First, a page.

Ghorar Mosque is an excellent example of the best conserved monument in Barobazar by the Directorate of Archaeology in the southern region associated with the history of legendary Saint Khan Jahan Ali. It is located in the village Barobazar under Kaliganj Upazilla of Jhenidah district and about one kilometer west from the Jessore- Jhenidah highway. […]
Ghorar Mosque is an excellent example of the best conserved monument in Barobazar by the Directorate of Archaeology in the southern region associated with the history of legendary Saint Khan Jahan Ali. It is located in the village Barobazar under Kaliganj Upazilla of Jhenidah district and about one kilometer west from the Jessore- Jhenidah highway.
Barobazar in Jhenidah is believed to have derived its name from a certain twelve (Baro) obscure Muslim saints who settled here prior to Khan Jahan Ali (Ahmed, N.1989: 28). The architecture of Barobazar resembles with the Illyas Shahi architecture in Gaur and Pandua than the style of Khan Jahan Ali that developed in the nearby Bagerhat. Neither structure has any inscription, but according to its stylistic resemblance with the architecture of Gaur and Adina; such as square room with foreroom, octagonal turret, vertical offset and projected shallow panels of entrance, it may be assumed that this structure was built during the Illyas Shahi period prior to the Khan Jahan architecture i.e early 15th or late 14th century AD.
Typologically, it belongs to the single-domed square building with a foreroom in front and is akin to the Chamkatti, Rajbibi and Latton mosques of Gaur. The square shaped main prayer hall is 6.01m square and the foreroom is 2.08m wide internally with 1.45m wide wall. The foreroom has three pointed-arch entrances in front and one on each side. Three arched entrances lead to the prayer chamber from the foreroom. The northern and southern walls of the main prayer hall contain one arched openings each. Every outside opening has a projected shallow entrance panel, which results a vertical offset and resembles the early Illys Shahi architecture in Gaur and Hazrat Pandua. Corresponding to the front entrance there are three mihrab niches in the qibla wall decorated with abstract geometrical terracotta ornamentation. The central mihrab is higher and wider then the side ones and from outside has a projection.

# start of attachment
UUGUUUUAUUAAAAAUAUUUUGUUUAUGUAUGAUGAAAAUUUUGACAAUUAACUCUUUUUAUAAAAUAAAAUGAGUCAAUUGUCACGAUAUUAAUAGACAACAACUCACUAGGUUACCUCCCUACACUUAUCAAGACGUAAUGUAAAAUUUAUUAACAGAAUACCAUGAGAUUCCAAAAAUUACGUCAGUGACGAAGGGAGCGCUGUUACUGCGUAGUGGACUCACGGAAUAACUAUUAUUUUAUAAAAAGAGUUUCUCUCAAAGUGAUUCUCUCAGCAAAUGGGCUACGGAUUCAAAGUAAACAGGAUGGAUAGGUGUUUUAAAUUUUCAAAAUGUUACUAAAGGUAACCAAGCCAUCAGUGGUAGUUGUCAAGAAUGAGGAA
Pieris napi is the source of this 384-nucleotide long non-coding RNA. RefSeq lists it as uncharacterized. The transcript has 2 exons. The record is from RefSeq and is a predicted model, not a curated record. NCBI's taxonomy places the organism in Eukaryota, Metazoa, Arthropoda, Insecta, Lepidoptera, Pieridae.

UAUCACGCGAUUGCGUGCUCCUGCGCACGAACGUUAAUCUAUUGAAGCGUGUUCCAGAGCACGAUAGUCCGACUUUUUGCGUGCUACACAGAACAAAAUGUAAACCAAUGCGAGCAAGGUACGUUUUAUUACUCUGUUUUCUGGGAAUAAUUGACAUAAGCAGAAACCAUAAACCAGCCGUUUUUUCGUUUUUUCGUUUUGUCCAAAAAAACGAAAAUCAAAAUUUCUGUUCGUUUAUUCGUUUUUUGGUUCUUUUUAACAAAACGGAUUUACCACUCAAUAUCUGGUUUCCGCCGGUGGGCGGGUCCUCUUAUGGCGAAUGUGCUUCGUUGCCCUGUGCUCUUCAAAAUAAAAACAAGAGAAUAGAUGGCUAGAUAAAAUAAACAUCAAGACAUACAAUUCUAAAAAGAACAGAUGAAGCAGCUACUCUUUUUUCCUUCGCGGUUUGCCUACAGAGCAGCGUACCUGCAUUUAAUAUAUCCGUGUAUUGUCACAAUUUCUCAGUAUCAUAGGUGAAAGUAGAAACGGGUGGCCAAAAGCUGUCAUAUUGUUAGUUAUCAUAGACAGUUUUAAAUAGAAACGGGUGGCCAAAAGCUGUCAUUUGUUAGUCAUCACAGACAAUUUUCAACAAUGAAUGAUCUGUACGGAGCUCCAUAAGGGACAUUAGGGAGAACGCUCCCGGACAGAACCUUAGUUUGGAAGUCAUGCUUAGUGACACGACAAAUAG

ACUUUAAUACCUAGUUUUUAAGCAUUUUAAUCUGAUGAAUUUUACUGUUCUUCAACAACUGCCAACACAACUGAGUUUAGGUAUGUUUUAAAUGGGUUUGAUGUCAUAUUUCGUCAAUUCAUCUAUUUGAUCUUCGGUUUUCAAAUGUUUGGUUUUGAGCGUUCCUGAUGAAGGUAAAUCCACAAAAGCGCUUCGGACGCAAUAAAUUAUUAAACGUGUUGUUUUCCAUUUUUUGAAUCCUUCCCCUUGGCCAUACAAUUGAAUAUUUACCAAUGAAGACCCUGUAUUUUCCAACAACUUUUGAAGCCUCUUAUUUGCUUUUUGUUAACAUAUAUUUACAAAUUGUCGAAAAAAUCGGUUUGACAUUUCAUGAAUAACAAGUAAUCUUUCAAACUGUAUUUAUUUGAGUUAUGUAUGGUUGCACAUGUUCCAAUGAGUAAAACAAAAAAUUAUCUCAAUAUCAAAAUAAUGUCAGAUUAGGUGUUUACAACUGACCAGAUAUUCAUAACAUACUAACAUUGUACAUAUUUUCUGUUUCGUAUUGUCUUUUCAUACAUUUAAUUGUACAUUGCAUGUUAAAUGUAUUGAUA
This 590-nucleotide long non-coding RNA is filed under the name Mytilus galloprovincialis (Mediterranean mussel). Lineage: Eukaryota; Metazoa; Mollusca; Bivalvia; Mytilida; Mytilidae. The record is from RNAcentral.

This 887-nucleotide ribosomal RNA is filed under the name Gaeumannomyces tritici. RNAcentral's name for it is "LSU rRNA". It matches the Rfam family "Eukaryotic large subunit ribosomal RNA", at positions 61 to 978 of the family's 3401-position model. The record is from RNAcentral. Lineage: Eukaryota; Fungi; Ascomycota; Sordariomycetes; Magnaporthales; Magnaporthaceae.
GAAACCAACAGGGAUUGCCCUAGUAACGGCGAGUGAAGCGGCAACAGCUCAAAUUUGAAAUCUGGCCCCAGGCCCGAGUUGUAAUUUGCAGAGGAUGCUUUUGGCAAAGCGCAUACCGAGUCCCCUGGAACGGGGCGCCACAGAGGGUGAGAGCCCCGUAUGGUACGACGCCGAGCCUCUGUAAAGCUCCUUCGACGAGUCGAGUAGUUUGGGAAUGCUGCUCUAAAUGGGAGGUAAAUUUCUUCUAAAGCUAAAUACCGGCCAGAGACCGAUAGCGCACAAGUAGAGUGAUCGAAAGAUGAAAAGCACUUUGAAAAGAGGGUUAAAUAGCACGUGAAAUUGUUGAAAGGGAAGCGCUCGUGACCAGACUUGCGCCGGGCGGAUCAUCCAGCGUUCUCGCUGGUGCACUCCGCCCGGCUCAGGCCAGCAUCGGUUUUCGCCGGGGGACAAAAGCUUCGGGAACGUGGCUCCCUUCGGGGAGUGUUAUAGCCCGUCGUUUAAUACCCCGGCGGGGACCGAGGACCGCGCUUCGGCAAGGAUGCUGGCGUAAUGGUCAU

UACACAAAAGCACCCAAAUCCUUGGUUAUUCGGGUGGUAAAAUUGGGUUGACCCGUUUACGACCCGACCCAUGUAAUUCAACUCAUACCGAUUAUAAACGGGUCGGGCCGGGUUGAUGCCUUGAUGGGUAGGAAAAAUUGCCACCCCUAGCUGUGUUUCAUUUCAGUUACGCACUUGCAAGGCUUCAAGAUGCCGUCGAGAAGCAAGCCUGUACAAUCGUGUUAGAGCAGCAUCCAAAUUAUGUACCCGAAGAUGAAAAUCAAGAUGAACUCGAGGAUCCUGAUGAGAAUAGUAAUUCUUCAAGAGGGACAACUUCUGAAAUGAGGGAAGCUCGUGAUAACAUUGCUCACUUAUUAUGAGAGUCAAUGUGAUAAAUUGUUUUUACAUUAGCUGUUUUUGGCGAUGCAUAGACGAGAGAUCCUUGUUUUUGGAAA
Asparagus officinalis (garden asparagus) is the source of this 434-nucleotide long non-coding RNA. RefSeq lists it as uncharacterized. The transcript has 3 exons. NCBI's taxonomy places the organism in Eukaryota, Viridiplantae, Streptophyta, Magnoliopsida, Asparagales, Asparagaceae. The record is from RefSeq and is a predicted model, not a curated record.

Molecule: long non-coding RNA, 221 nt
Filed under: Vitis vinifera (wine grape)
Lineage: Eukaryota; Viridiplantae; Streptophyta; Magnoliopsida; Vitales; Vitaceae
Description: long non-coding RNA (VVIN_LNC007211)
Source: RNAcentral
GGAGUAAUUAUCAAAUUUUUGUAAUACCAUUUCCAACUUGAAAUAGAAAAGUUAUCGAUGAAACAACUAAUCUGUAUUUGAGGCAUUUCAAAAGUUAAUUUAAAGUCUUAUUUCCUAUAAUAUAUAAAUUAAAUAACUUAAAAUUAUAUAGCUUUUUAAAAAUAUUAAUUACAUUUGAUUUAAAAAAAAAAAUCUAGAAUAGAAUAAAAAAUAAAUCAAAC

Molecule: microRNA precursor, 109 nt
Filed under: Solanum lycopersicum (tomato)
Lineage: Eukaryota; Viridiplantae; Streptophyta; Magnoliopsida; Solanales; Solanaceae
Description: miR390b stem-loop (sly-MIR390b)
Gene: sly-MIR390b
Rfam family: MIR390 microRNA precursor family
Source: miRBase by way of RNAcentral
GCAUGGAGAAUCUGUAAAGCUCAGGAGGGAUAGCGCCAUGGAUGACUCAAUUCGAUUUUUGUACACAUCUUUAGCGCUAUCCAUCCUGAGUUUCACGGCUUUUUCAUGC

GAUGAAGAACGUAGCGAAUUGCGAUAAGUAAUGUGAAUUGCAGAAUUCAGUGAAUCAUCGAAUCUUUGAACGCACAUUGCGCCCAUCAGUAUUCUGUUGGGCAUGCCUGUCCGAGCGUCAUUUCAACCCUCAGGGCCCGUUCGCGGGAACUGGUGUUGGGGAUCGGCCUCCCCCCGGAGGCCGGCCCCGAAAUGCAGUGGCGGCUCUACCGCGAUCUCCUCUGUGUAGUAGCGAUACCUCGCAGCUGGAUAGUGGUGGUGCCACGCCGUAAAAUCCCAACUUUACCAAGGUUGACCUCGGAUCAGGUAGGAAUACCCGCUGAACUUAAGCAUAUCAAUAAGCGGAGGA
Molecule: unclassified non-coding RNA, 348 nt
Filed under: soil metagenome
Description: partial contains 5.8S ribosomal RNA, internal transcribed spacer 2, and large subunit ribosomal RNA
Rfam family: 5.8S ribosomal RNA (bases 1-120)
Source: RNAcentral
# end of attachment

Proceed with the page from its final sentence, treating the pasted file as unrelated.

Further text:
The mosque has six corner turrets, one at each corner of the main hall and one on either end of the foreroom. Two frontal turrets are square in shape and the rest four are octagonal in shape. Square turrets are also observed in Pathrail mosque at Faridpur, Shahi mosque at Bashirhat. The slightly curved cornice is composed with simple mouldings and the spaces between the mouldings are embedded with geometrical ornamentation. The transition from the square supporting areas of the main hall to the circular base attained first by four squinches at four corners to an octagon and finally from an octagon to the circular base by brick pendentives, upon which the dome rests. The base or shoulder of the dome is decorated from inside with blind merlons. The foreroom is covered by three equal hemispherical domes using pendentives at each corner
The Ghorar msque is a well renowned monument for its surface ornamentation; whereas the adjacent Khan-i-Jahan’s architecture is popular for its austerity that means less ornamentation. The whole outside surface is embellished with horizontal band of ornamentation or friezes. Besides the mouldings in the plinth and cornice level, the total height of the façade is divided into four layers by three groups of friezes. Each group consists of three types of friezes, where terracotta tile of geometrical or abstract motif is used in a repetitive style by selecting a single motif.